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    This is the truth. You really cannot understand the impact of your wife's actions if you are not in healthcare.

    Under this guise of "not compromising" on her notes, she likely was writing terrible and inaccurate notes, because you just cannot remember what you did in detail that far out. It also implies to me that she was not following up on her plans. The short note that I write the day I see the patient will be a lot better than the note I try to sit down and write a month later.

    The reality is your wife has a crippling issue with documentation. We all feel it, but at the end of the day you have to get your notes done or you are not doing anyone any good. Once you get behind on notes, in an apparently large volume practice, it becomes very difficult to catch up.

    There seems to be plenty of blame to go around, but your wife is not doing herself any favors by pretending she is the righteous one in this situation.
     
  22. AStark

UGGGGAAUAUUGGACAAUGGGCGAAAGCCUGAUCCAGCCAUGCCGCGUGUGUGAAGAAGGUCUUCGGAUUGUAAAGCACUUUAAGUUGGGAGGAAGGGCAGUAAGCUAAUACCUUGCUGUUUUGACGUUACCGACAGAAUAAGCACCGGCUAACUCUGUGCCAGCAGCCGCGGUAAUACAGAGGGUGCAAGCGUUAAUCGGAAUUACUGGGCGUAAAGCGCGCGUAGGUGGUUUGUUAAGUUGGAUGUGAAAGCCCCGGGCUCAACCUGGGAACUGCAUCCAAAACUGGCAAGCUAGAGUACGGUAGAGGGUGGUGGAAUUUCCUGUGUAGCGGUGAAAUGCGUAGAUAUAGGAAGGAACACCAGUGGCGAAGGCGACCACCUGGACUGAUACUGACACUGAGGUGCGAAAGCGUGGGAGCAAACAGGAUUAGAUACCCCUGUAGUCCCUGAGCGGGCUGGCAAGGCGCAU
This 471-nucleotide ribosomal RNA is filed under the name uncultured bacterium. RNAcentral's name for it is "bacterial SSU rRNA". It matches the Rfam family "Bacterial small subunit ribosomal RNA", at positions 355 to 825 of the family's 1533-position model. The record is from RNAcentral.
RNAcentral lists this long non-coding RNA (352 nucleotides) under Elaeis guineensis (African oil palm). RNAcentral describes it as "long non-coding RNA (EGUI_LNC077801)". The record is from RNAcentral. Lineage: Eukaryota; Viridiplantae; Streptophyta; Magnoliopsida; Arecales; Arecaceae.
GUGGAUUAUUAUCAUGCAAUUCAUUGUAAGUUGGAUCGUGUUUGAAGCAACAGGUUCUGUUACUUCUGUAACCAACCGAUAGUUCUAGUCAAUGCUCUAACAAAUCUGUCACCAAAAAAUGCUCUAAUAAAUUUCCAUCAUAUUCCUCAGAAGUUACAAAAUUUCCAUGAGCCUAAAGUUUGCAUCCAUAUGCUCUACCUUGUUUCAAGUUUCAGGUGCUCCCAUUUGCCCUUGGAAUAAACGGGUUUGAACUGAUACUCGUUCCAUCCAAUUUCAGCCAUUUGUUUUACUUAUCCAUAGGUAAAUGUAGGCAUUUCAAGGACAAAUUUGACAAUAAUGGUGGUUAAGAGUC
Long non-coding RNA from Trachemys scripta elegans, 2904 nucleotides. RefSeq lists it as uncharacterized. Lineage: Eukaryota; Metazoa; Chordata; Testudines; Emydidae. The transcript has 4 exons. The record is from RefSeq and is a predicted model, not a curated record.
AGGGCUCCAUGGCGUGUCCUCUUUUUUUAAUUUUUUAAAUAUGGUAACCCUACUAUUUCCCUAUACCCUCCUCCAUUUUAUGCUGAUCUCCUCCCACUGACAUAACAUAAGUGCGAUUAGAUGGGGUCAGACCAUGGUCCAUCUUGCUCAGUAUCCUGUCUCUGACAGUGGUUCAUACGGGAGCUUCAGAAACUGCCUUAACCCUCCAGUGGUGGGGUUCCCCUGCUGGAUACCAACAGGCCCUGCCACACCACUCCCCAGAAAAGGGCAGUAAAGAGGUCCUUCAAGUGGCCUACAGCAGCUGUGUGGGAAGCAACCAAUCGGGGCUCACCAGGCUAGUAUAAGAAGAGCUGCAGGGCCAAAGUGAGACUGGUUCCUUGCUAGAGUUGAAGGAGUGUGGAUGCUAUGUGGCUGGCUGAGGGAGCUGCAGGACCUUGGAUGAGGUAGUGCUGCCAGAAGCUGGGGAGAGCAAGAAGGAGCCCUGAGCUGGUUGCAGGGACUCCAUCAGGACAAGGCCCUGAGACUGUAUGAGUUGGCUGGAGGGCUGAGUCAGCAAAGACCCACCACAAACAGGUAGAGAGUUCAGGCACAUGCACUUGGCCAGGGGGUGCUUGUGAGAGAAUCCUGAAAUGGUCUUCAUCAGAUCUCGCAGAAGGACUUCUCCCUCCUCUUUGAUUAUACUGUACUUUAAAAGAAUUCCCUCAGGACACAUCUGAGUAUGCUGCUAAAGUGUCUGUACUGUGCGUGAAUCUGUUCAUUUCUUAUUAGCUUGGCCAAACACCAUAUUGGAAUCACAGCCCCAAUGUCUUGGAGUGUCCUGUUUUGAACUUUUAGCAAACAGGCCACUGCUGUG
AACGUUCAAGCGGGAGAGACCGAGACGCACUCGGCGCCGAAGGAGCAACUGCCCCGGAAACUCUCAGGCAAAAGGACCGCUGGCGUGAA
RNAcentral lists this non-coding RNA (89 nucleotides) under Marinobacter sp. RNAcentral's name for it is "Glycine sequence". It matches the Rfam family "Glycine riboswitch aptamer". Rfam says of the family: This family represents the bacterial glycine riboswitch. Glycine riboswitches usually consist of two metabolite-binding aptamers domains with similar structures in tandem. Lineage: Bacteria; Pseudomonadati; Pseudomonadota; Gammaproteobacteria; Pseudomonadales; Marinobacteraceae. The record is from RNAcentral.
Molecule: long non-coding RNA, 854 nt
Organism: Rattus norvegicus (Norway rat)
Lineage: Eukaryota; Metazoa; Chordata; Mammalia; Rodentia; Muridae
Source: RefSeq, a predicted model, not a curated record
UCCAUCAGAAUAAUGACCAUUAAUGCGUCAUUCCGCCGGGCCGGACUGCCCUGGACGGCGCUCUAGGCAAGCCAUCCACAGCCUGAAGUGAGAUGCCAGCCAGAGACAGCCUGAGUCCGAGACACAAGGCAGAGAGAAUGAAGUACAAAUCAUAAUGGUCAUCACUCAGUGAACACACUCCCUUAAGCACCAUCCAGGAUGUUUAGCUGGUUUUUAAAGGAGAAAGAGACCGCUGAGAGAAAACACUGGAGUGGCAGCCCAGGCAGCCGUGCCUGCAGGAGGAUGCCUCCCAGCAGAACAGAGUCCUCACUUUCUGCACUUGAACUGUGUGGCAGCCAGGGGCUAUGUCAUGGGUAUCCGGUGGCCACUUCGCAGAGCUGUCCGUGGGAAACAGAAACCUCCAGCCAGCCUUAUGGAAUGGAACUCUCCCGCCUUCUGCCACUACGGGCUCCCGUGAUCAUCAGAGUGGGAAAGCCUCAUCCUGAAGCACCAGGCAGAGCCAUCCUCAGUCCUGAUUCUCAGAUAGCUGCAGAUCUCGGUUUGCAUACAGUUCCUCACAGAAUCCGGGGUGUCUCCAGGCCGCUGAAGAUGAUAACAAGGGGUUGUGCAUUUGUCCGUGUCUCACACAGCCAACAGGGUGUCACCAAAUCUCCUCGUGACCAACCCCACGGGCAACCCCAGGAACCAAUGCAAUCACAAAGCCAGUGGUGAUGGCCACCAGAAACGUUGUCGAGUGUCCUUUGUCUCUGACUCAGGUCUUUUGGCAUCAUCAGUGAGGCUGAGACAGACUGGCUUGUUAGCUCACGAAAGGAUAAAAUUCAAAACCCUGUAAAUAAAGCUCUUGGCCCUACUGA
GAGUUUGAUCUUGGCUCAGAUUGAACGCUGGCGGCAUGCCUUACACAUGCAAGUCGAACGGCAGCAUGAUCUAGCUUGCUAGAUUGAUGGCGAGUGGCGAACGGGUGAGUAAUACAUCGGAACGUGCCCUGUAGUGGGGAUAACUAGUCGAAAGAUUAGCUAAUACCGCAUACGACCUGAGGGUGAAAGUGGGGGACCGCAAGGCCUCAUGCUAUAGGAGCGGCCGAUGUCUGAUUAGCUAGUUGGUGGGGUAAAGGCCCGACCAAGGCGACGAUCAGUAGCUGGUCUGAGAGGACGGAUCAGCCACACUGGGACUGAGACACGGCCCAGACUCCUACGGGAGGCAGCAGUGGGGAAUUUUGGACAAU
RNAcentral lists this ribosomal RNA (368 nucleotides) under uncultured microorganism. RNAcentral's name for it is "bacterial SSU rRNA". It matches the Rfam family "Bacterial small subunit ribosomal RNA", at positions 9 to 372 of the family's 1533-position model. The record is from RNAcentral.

AStark 2+ Year Member

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    I have to agree with everyone else. About the worst I'd get in my documentation is finishing up daily ICU progress notes later at night on particularly busy days. I can't imagine not completing a progress or clinic note on the same day. I don't even like saving my dictations until after clinic because I tend to forget details. That's not to say I appreciate all the details of this particular situation, but timely documentation is a straightforward and basic requirement.
     
    Last edited: 09.23.14
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  23. mercaptovizadeh

    mercaptovizadeh ἀλώπηξ 10+ Year Member